Here at Nomad, we are often tasked with identifying young audiences and engaging them with a brand. This is an elusive audience because there’s a lack of traditional ways for identifying them. Older audiences have home addresses, taxes, credit cards, cars, careers, and a Facebook profile–all things that help define them. Younger generations (we’re talking Gen Z) are not established in the world and thus are harder to find online.
Sure, they might have a Facebook profile, but they are not using it like they do other platforms. They have a smartphone in their parents’ name. And when they browse their favorite websites, they use an ad blocker to prevent their usage from being tracked, unlike their parents, who have never heard of such a thing. The real trick to attracting these younger demographics is knowing where to find the audiences and what content will resonate the most once you find them.
A recent goal of ours was to attract teenage girls to a brand that wanted to build up that segment of their market. In order to do this, the messaging, or the voice of the brand, needed to reflect the values of the target audience and provide engagement by showing content that would be experiential and meaningful. We ran a campaign on social media using three videos on various topics. The first video was about a team outing and involved campfires, swimming holes, and no cell phones–it was about making real connections.
(Talk about an experience for a generation born with smartphones in their hands!)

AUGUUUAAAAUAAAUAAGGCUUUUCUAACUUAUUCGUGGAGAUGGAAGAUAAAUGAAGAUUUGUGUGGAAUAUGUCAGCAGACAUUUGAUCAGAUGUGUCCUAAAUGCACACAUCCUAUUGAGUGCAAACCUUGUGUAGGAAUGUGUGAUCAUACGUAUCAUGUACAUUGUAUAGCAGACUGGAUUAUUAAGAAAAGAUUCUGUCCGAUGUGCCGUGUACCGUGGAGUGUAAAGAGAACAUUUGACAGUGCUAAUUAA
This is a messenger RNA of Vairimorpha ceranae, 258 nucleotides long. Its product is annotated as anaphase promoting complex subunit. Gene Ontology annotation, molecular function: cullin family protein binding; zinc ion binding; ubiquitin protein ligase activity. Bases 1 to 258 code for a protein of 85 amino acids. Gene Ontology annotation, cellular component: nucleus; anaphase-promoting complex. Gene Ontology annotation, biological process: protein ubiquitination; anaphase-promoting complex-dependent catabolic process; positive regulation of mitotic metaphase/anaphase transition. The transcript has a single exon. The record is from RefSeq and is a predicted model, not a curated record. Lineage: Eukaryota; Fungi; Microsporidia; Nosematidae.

This was our test video, meant to gather data in order to better understand the audiences we had targeted. Did we get engagement from all or some of the defined audiences? Was there one audience that was costing more than another, and if so, why? Did the comments provide any insight? We started fishing.
When it was time to release the second video, we knew much more about the audience–the data allowed us to dismiss some assumptions and proved others. Here’s a key point–the second video was always meant to be the primary video, which would support our main goal of attracting teenage girls to the brand. The second video centered around a girl practicing extremely hard for an event and nailing it. The content spoke directly to the audience we wanted to engage and it work. Fish in the boat!
We pushed any interest to the website, where visitors were greeted with additional videos that were geared toward their values and a sign-up form for free resources. We were nurturing the connections we had made. This started to create lists that we could then use to further build profiles in order to better understand those that we were attracting via the video campaigns. In the end, the brand experienced roughly a 25 percent increase in female visitors.
In this example, we used a particular demographic (and a bad fishing pun), but regardless of your audience, there is no silver bullet when you first start advertising online. In my experience, the brands which are the most successful at advertising online are the ones that don’t stop. You can’t garner much from one single campaign, but when you take the aggregate across many campaigns, you’ll really start to be able to leverage your data to lower costs and attract your desired audience.